Win or lose Saturday, Duke's football future is bright
Posted November 29, 2013
Regardless of Duke’s fate at North Carolina, there are several reasons to believe the Blue Devils are not a collective flash in the football pan.
Team leaders Ross Cockrell, a senior safety, and Anthony Boone, a red-shirt junior, predicted as much way back in July in Greensboro – the very day Duke was picked to finish last in the ACC Coastal Division.
“People think we just got lucky and made it to a bowl game last season, but people are wrong,” Boone said. “If they were surprised by us last season, just wait.”
The natural tendency by fans and the media was to assume Duke football couldn’t sustain success regardless of how many rabbits David Cutcliffe pulled from a hat in 2012.
And even if Duke wins Saturday to finish regular season at 10-2 overall to claim the Coastal title at 6-2, there’ll still be a tendency to see the Devils as a cellar candidate in preseason 2014 and beyond – and that’s even if Cutcliffe turns down the wave of job offers that will come his way.
As Cockrell said in July, “It’s going to take fans a long time to really understand that we’ve turned the corner. We realize that, but that corner definitely has been turned.”
Roster is still youthful
Starting with Boone, fellow quarterback Brandon Connette, linebacker Kelby Brown and nose guard Jamal Bruce, the current roster is dotted with red-shirt juniors.
If all or most return for 2014, Duke again will be blessed with above-average experience and first-rate locker room leadership. But beyond that group, the Devils are getting as much production from first- and second-year players as any team in the ACC.
Five running backs are averaging more than five yards per carry and two of those – Jela Duncan (5.3 average) and Shaquille Powell (5.6) – are sophomores.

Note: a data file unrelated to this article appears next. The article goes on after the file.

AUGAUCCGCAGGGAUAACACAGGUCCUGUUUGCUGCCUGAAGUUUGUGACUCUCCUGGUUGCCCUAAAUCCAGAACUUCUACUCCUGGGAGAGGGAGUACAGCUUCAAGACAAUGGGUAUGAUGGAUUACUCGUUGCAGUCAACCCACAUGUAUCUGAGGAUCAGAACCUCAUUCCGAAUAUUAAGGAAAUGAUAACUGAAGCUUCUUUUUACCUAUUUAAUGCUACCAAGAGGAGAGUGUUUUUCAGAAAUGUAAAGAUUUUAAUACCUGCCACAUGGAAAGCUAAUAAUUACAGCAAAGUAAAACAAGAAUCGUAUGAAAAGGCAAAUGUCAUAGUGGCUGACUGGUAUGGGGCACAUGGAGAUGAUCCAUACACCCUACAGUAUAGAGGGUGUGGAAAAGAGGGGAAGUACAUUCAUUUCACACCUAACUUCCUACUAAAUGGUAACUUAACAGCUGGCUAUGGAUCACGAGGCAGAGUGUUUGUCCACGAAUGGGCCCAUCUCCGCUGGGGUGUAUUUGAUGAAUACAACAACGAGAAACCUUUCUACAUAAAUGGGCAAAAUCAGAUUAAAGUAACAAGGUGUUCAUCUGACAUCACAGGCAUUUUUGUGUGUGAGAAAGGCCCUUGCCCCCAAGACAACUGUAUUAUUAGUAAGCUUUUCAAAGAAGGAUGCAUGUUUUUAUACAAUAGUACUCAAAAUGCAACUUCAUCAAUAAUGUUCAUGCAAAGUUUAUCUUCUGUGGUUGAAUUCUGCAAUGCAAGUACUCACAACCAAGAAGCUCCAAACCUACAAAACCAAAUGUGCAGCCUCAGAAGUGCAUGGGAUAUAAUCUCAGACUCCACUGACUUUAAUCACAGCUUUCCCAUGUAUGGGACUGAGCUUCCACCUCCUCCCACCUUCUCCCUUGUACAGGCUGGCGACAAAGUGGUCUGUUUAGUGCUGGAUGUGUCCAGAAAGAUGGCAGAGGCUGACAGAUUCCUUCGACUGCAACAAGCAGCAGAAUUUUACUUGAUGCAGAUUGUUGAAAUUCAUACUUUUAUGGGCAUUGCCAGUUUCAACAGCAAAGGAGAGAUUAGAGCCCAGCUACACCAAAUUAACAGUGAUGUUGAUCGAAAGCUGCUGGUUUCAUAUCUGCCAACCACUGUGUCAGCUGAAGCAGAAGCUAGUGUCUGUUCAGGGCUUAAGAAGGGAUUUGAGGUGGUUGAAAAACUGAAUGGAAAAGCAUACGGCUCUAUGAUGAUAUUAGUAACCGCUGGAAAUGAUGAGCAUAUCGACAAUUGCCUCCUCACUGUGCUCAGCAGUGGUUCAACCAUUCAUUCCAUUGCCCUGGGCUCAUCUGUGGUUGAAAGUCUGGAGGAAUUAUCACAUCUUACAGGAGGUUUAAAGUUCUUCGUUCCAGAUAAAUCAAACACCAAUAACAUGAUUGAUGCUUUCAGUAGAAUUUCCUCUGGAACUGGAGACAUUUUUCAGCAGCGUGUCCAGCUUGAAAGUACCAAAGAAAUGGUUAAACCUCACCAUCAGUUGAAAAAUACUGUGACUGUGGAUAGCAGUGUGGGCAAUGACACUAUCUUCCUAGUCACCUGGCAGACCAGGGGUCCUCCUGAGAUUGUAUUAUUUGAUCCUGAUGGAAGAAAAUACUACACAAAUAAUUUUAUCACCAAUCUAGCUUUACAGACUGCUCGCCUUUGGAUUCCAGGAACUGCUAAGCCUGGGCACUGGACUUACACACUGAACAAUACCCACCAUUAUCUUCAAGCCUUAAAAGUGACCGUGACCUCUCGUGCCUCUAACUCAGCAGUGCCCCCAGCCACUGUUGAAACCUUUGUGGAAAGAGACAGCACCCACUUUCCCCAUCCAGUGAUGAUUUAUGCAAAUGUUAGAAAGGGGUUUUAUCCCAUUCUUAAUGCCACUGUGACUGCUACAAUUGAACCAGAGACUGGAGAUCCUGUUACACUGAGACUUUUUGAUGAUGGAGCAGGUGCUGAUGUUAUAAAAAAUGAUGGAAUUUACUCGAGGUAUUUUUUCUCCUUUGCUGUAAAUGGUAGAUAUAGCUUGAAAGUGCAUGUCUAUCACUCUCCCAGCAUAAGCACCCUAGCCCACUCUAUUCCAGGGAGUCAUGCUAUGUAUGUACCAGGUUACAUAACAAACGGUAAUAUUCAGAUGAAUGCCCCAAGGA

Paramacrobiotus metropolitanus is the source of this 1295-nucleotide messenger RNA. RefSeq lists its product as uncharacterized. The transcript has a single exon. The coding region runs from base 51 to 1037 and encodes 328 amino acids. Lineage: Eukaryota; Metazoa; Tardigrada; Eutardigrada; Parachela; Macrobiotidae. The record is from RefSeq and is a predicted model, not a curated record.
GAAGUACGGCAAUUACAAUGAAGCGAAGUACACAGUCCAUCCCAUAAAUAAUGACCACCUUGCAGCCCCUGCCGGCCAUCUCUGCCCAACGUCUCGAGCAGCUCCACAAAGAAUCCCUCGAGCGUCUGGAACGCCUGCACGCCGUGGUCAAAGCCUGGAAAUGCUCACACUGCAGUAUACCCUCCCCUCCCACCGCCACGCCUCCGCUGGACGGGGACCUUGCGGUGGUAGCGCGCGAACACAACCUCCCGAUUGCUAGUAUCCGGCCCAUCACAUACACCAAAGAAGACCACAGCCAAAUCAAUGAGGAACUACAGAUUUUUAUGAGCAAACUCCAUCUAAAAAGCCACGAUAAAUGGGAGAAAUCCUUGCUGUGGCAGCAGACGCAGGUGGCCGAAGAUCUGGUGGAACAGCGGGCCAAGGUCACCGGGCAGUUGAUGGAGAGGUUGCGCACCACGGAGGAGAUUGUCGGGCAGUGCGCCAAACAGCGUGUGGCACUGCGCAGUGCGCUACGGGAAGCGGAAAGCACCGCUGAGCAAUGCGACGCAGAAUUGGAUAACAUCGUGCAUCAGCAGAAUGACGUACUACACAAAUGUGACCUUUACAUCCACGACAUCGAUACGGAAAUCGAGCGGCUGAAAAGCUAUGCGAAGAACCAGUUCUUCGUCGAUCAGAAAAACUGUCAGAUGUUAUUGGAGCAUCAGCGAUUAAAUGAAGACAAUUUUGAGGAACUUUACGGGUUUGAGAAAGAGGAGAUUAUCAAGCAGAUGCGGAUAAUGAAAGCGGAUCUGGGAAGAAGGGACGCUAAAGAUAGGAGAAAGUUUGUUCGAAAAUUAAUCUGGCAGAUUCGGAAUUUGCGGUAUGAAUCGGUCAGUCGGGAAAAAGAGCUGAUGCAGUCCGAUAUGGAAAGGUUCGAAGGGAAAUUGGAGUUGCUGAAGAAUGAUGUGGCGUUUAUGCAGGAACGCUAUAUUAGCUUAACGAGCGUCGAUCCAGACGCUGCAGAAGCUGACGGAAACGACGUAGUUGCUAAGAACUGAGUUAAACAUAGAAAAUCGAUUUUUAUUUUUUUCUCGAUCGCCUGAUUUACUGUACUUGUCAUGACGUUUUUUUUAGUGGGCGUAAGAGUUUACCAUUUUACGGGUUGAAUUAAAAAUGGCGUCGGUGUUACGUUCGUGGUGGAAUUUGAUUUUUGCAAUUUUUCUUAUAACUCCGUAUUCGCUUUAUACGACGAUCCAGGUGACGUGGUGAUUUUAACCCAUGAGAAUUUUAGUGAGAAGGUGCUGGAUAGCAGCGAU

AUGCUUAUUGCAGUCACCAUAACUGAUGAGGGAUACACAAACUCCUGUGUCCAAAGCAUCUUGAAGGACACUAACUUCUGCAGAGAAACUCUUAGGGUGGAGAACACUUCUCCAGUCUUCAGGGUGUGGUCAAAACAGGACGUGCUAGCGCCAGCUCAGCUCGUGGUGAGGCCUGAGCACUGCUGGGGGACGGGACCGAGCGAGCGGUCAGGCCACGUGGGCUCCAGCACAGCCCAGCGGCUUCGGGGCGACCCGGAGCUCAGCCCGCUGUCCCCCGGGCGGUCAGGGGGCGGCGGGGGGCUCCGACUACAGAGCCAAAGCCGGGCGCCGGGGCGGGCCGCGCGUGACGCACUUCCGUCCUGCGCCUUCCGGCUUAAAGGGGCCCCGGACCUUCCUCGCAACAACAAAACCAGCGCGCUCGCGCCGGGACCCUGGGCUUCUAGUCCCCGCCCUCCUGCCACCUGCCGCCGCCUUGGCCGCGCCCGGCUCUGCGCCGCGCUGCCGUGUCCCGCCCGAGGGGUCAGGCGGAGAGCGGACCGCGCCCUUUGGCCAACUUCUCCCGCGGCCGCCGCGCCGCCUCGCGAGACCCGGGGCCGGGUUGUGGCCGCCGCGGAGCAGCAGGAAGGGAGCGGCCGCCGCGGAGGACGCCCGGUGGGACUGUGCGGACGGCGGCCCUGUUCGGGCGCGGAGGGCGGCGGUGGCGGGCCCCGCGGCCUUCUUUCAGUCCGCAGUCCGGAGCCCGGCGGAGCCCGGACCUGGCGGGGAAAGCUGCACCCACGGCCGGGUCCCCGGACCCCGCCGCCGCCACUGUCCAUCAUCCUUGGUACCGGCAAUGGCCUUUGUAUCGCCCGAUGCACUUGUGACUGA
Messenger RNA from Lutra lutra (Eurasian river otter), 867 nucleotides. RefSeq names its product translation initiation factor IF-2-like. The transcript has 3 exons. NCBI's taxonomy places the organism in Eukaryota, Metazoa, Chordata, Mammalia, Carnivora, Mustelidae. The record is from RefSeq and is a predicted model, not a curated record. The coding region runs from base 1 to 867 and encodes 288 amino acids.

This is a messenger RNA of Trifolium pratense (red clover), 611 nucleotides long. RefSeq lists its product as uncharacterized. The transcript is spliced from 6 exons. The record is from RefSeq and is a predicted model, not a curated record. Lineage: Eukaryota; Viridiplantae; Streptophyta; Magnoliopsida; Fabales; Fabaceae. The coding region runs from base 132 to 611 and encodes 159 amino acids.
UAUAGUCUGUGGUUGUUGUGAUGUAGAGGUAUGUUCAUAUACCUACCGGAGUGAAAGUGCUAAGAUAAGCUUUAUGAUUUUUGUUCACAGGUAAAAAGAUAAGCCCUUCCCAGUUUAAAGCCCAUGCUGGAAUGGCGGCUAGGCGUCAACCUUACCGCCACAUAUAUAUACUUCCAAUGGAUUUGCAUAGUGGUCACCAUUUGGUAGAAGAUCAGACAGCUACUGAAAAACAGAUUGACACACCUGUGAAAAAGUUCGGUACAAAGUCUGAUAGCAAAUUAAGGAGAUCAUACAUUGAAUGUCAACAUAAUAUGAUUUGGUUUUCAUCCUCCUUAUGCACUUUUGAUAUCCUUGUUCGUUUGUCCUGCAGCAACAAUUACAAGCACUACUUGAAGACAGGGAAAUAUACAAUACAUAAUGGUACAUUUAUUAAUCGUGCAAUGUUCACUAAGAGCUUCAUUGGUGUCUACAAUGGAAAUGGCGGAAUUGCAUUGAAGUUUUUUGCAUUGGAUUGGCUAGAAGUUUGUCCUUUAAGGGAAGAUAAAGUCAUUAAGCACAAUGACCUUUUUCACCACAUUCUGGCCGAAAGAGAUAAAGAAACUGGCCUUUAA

A third running back, Smithfield-Selma junior Josh Snead, is averaging a whopping 6.6 yards per carry behind an offensive line that includes red-shirt juniors Takoby Cofield (Tarboro tackle), Laken Tomlinson (guard) and Braxton Deaver (Charlotte tight end) along with red-shirt sophomore center Matt Skura.
The offense’s most explosive player, wide-out Jamison Crowder from Monroe, is a junior. Behind Crowder is an emerging receiving star in sophomore Max McCaffrey. Huge target Issac Blakeney (6-6, 235, Monroe) is another of those red-shirt juniors.
And on defense, red-shirt sophomore Jeremy Cash and red-shirt frosh DeVon Edwards are solid preseason ’14 all-star candidates, as is junior linebacker David Helton.
Two things have occurred fairly fast:
1.Cutcliffe and his staff have been able to sign enough quick, athletic players to make a collective impact even though there are few 4-star and 5-star players on the roster.
2.The staff also has made strides inside North Carolina’s borders. That’s something Duke football coaches have tried to accomplish without much success for years, particularly in the Charlotte metro area.
Cockrell, who played at Charlotte Latin High, said Duke will become more popular in that part of the state.
“We have so many guys on the team from around Charlotte that it’s created a lot more interest and momentum for recruiting,” he said. “Duke’s really visible there now compared to just three or four years ago.”
The program was down for so long that Duke acquired a reputation for losing that won’t soon be forgotten. But in a twisted kind of way, that situation might even be working in Duke’s favor.
The team has won 15 games in two seasons without being directly targeted by opponents. That won’t be the case in Kenan Stadium Saturday. The favored Tar Heels will be completely focused.
But come July and those preseason picks for 2014, will the Devils land just one vote to win the Coastal? It’ll be interesting to see.